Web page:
Ohio History Journal

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The immigrant's church has been the strongest single force

in preserving his racial solidarity. Like the Pilgrim fathers, the

immigrants brought with them their Bibles, hymn books, clergy,

and churches. These churches were strongly attached to the

homeland, depending upon it for literature and clergy. Political

and social antagonisms have been aroused among native Ameri-

cans, and the immigrant's religious life has been complicated by

church disputes arising over property and the clergy. In 1914 it

was estimated that one-third of Cleveland was Roman Catholic,

and that most of the members of this church were immigrants.1

The readjustment necessary with the introduction of this ele-

ment into a city of Puritan origin was considerable. The problem

of the Roman Catholic Church in trying to supply clergy for the

various groups was difficult for a time, and this caused trouble in

the church itself. An Italian priest in a Polish parish was often

a source of dissatisfaction to the parish. Another aspect of this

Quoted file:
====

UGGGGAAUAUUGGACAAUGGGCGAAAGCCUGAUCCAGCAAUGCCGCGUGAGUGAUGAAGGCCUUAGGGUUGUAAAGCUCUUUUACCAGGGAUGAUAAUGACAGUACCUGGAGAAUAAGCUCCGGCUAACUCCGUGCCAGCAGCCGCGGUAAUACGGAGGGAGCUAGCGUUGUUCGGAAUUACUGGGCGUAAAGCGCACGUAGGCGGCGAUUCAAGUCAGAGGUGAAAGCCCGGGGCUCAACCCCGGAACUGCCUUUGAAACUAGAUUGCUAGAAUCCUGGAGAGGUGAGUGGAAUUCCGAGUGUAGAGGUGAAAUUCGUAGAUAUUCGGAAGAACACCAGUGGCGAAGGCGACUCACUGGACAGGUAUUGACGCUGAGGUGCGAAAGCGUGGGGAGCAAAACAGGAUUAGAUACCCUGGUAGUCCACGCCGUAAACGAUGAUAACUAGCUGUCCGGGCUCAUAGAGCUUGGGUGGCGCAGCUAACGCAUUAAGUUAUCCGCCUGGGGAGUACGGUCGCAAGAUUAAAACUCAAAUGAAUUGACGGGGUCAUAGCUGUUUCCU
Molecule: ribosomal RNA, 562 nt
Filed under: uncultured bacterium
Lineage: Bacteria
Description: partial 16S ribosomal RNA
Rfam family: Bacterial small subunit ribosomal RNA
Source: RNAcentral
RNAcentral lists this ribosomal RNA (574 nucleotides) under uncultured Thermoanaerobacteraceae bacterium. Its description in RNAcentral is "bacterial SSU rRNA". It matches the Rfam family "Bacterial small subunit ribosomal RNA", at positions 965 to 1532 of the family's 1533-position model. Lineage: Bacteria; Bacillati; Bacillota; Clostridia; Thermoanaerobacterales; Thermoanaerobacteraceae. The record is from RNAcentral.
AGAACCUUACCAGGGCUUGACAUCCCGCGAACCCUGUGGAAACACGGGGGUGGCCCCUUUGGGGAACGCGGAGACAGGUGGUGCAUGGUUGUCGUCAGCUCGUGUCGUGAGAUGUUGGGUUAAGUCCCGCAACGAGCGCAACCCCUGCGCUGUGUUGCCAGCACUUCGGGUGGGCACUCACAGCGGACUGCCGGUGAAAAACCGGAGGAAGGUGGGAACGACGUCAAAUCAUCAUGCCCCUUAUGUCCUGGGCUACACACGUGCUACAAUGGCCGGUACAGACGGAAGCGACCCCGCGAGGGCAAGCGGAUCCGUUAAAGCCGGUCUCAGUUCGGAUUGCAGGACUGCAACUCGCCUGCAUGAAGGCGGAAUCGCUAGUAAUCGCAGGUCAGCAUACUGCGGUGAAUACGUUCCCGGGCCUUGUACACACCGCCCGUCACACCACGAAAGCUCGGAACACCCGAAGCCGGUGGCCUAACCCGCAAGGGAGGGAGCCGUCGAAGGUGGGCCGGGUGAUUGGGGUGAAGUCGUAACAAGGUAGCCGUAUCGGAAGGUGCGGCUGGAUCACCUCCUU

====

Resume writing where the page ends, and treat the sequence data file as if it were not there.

problem was that the peasant immigrant did not understand the

American separation of church and state. When the priest so-

licited funds for the church, the immigrant thought it wrong.

In the fatherland the government had paid the priests, and they

seemed unable to understand that a different system prevailed in

America.2   In 1896 there were twenty-two non-English speaking

Roman Catholic churches in Cleveland representing nine different

immigrant groups.3 In 1915 there were thirty-five Roman Catho-

lic non-English speaking congregations in Cleveland and seventy


* This is the third of a series of articles by Mr. Fordyce on the nationality groups

of Cleveland. The former were published in the Quarterly for October, 1936, and

April, 1937.--Editor.

1 E. A. Ross, The Old World in the New (New York, 1914), 252.

2 Peter Roberts, The New Immigration (New York, 1920), 207.

3 E. A. Roberts, ed., Official Report of the Centennial Celebration of the City of

Cleveland and the Settlement of the Western Reserve (Cleveland, 1896), 197.